I’ve been mulling over something for a little while. Ever since the Equifax hack, there has been a swarm of companies in the DevOps space coming out and speaking up, in favor of, application security. Others blow it off by saying things like, ‘nobody really knows what happened’. I like that they are joining the conversation, but I can’t help but question the motives. Not to worry. This isn’t a finger-pointing exercise. Allow me to explain.
Before Equifax, none of them talked about application security (with few exceptions). In fact, if they did discuss security, it was an afterthought, at best, or an opportunity to climb on a soapbox of how much “security needs devops”, or another chance to say that security is a huge inhibitor to their efforts at keeping (or increasing) speed. The usual tirade was about touting the benefits of getting products to market faster, and enhancing their technology to help companies deploy every five seconds, rather than every five minutes – “better, faster, more” – the usual status quo. While we all want products to get to our customers as quickly as possible, I find it interesting that security wasn’t part of their rubric until now. It’s one thing to join the space and contribute to its advancement. It’s entirely different to jump on a trend for more exposure.
The unfortunate reality is security doesn’t matter until, suddenly, it does matter. And it usually takes a breach to make it important across multiple technology ecosystems. In my (not so humble) opinion, DevOps platform companies simply saw an opportunity to join the hype bandwagon, yet don’t offer actual process, organizational or technology solutions to help the problem of insecure code being released into production.
One of the most recognized reports in the DevOps space is the State of DevOps Report from DORA and Puppet Labs. Here are some stats they give from their 2017 report, about high performing organizations:
· 46 times more frequent deployments
· 440 times faster lead time from commit to deploy
· 96 times faster mean time to recover from downtime
· 5 times lower change failure rate (changes are 1/5 as likely to fail)
The Puppet Report also provides the technical practices that “high performing” organizations employ – version control, continuous integration, trunk-based development, and automation. They do, in fact, include integrating security into software delivery into their “factors that positively contribute to continuous delivery”. Finally, a mention of security.
They also recognize that software quality and security is sometimes difficult to measure, so they used “unplanned work” and “rework” as benchmarks. In the 2016 report, the data tells us that “high performers spend 50 percent less time remediating security issues”.1 However, the 2017 data show “21 percent less time spent on unplanned work and 44 percent more time on new work.”2
Smoke and Mirrors
To consider “unplanned work” or “rework” part of security is a bit misleading. What kind of work are they referring to? This could be new features or code, as they state, or it could mean fixing problems that were in the code in the first place. The report doesn’t make the distinction.
Gene Kim, a pioneer in the DevOps movement and author of The Phoenix Project says, “…the high performers were massively outperforming their non-high performing peers. Thirty times more frequent code deployments. They were able to complete the deployments from code committed to running a production 8,000 times faster. In other words, they could do a deployment measured in minutes or hours. Whereas low performers it took them weeks, months, or quarters. Furthermore, they actually had better outcomes. Twice the change success rate and when they caused outages they could fix it 12 times faster. There were 4,200 that completely responded and it just showed that you could be more agile and reliable at the same time. I think if we just connect some dots, they’re also going to be more secure, they’re probably going to have a faster find fix cycle time. We didn’t actually test that but, if that were true it would mirror what we found in the previous benchmarking work I had done.”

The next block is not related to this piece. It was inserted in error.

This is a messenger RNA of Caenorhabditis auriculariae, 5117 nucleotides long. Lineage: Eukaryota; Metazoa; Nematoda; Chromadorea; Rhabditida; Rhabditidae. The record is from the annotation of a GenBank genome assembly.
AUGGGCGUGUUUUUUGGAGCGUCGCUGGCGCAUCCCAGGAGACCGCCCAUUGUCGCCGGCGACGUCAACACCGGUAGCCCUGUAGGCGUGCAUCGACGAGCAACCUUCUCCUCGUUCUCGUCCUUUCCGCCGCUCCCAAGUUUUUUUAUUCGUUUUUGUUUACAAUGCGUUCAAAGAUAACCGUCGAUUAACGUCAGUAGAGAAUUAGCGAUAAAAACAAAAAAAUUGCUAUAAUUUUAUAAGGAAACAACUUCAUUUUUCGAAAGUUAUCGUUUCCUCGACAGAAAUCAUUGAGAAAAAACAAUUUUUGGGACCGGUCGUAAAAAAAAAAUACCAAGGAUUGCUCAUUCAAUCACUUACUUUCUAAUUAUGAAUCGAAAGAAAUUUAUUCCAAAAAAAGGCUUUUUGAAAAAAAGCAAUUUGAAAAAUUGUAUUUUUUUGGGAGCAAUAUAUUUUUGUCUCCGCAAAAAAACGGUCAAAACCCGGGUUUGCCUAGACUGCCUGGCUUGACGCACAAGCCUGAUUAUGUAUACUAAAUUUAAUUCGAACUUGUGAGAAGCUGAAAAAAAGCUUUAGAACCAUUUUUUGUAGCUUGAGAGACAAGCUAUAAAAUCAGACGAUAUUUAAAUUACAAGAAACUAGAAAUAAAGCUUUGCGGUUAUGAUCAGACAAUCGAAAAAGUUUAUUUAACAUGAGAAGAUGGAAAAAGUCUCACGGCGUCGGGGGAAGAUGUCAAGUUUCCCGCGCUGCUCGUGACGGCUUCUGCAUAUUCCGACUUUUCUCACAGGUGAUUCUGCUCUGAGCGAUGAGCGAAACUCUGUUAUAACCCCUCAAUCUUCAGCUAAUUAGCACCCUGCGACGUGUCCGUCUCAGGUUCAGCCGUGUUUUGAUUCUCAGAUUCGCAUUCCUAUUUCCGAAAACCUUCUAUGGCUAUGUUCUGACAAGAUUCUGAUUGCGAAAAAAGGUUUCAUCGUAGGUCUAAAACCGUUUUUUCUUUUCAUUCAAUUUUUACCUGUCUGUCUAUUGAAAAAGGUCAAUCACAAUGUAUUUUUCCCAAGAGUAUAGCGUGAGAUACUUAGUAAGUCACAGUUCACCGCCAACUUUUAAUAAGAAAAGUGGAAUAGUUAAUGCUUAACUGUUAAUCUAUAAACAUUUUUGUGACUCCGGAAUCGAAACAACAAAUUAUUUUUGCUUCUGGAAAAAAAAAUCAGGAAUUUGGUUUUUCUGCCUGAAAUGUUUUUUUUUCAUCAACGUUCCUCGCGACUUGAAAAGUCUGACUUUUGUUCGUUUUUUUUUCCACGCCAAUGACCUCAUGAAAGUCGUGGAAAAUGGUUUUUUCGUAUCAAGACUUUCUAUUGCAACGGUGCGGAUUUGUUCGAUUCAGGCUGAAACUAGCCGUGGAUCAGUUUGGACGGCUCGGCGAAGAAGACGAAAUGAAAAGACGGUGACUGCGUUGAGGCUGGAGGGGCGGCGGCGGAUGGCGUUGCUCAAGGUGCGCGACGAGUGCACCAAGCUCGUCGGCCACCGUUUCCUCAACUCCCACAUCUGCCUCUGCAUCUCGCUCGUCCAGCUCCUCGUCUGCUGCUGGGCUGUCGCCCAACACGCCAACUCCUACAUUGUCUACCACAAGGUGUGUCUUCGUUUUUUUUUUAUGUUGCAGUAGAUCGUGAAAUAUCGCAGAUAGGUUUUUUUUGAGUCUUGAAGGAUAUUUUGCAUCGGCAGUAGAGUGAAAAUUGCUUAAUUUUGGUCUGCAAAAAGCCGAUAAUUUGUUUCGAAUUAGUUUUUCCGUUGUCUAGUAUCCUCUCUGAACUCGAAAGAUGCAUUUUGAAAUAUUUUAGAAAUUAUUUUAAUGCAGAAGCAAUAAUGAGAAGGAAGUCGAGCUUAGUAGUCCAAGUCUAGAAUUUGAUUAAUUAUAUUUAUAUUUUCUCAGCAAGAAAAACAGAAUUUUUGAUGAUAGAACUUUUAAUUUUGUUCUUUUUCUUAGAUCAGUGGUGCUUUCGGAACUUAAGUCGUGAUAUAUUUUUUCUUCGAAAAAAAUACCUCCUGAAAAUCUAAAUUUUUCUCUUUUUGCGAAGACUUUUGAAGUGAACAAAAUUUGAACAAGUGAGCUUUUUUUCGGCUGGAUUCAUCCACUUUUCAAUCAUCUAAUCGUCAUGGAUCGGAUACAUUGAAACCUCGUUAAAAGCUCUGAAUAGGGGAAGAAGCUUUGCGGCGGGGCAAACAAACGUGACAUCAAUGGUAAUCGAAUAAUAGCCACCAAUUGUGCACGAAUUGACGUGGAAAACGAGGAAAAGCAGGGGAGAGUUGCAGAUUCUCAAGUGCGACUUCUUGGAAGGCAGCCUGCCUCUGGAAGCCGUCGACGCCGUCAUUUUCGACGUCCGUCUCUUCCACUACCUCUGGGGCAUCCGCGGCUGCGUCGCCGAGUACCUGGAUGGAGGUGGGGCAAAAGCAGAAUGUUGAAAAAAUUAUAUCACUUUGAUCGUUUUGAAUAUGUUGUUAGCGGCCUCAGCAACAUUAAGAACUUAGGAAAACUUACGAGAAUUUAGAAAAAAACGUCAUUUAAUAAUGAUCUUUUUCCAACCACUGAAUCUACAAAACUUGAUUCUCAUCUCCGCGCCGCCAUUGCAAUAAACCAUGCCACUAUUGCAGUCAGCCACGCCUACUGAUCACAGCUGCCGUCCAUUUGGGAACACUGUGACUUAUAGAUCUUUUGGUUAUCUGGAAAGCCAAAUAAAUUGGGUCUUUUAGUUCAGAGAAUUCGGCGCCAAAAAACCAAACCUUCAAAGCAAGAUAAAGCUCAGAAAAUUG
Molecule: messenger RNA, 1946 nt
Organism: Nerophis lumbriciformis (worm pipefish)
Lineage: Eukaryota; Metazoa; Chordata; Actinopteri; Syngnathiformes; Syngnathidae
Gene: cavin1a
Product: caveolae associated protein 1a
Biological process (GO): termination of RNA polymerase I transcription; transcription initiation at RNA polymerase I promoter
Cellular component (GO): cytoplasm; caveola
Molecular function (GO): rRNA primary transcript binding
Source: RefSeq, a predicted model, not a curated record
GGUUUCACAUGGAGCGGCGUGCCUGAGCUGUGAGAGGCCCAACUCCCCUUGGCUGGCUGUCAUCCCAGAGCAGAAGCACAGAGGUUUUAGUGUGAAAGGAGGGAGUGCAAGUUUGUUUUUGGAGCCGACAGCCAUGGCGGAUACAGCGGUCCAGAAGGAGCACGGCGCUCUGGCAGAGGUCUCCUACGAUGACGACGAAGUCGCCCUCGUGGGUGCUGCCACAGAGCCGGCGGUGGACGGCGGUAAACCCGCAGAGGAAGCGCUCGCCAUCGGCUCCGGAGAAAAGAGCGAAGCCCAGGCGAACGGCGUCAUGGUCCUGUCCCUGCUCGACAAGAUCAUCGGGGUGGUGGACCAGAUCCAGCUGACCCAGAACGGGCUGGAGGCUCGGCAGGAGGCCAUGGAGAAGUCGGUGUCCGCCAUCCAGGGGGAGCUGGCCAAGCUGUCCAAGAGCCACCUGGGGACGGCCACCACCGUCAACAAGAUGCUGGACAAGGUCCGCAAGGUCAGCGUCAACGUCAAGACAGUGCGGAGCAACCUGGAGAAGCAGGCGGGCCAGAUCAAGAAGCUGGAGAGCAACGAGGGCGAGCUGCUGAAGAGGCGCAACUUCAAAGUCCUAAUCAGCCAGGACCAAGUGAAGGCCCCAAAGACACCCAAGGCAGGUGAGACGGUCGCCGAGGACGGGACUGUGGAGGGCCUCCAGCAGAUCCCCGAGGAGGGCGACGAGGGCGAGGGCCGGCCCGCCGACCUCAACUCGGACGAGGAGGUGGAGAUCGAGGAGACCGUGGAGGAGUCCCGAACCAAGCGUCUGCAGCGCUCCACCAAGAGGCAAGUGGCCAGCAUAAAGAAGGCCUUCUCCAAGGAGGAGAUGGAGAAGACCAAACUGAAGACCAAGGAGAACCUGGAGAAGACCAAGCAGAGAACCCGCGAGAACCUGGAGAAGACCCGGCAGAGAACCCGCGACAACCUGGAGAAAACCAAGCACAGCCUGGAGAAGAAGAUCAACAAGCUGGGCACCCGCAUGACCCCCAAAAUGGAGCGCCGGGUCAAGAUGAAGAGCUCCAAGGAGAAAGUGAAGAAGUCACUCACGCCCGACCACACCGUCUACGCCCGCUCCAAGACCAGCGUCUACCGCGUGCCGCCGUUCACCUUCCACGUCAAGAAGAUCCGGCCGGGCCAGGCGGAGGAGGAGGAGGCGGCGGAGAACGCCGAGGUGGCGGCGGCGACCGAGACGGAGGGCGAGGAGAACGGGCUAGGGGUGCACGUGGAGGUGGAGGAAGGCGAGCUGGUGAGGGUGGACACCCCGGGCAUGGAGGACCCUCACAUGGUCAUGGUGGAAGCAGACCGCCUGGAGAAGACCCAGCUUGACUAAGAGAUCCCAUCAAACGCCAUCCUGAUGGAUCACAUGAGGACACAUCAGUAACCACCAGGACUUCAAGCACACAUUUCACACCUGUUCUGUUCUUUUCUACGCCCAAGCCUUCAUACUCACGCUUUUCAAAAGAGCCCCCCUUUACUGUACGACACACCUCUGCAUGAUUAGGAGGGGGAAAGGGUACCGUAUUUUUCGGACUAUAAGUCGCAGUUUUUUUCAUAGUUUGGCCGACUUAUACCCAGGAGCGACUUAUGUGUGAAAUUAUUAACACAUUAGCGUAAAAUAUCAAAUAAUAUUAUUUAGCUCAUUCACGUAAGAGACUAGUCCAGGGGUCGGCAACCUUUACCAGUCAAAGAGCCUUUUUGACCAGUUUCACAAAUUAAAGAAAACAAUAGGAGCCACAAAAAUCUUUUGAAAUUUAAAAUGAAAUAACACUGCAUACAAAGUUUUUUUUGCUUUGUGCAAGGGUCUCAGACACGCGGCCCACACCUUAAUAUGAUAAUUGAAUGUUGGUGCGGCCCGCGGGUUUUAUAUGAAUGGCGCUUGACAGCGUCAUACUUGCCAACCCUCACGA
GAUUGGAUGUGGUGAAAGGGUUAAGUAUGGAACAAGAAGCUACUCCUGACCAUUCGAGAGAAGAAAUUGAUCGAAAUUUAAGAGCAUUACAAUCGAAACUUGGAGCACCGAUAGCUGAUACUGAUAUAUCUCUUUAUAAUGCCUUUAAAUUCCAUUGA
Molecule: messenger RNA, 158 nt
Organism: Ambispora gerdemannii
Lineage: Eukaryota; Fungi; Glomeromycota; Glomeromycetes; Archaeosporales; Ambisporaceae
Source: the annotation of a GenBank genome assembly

Don’t think the age-old manifesto of “better, faster, cheaper” is dead in DevOps. It’s not. Deploying code 8,000 times faster is not measure that anything is better, other than speed. It’s certainly not a metric having anything to do with risk reduction. Maybe it helps fix software flaws more quickly, but does it really? Is that the entire story?
The Bottom Line
The point I’m trying to make is that the “better, faster, more” mentality of DevOps platform companies, does several industries a disservice. I’m very much in favor of agile and DevOps practices, but I’m looking for a holistic view of benefit and risk from an informed standpoint. When Gene said, “Twice the change success rate and when they caused outages they could fix it 12 times faster”, but how does anyone know how many of those outages were caused by faster deployments?
Think about it. Fixing an outage is fantastic. Let’s fix them quickly and often. However, that is only what we have visibility to. It doesn’t account for what we can’t see – the new software vulnerabilities that aren’t being tested (because these flaws may not even be considered by anyone).
In 2017, we saw the unfortunate cases of Equifax, WannaCry, Cloudbleed, T-Mobile, Deloitte and Uber, among many others, proving once again that security often takes a backseat to development. It simply isn’t given the consideration or the budget it deserves. We all want to provide our customers with new products and applications as quickly as possible, but it should never be done at the expense of security of consumer and business data.
1 2016 State of DevOps Report: https://puppet.com/resources/whitepaper/2016-state-of-devops-report
2 2017 State of DevOps Report: https://puppet.com/blog/2017-state-devops-report-here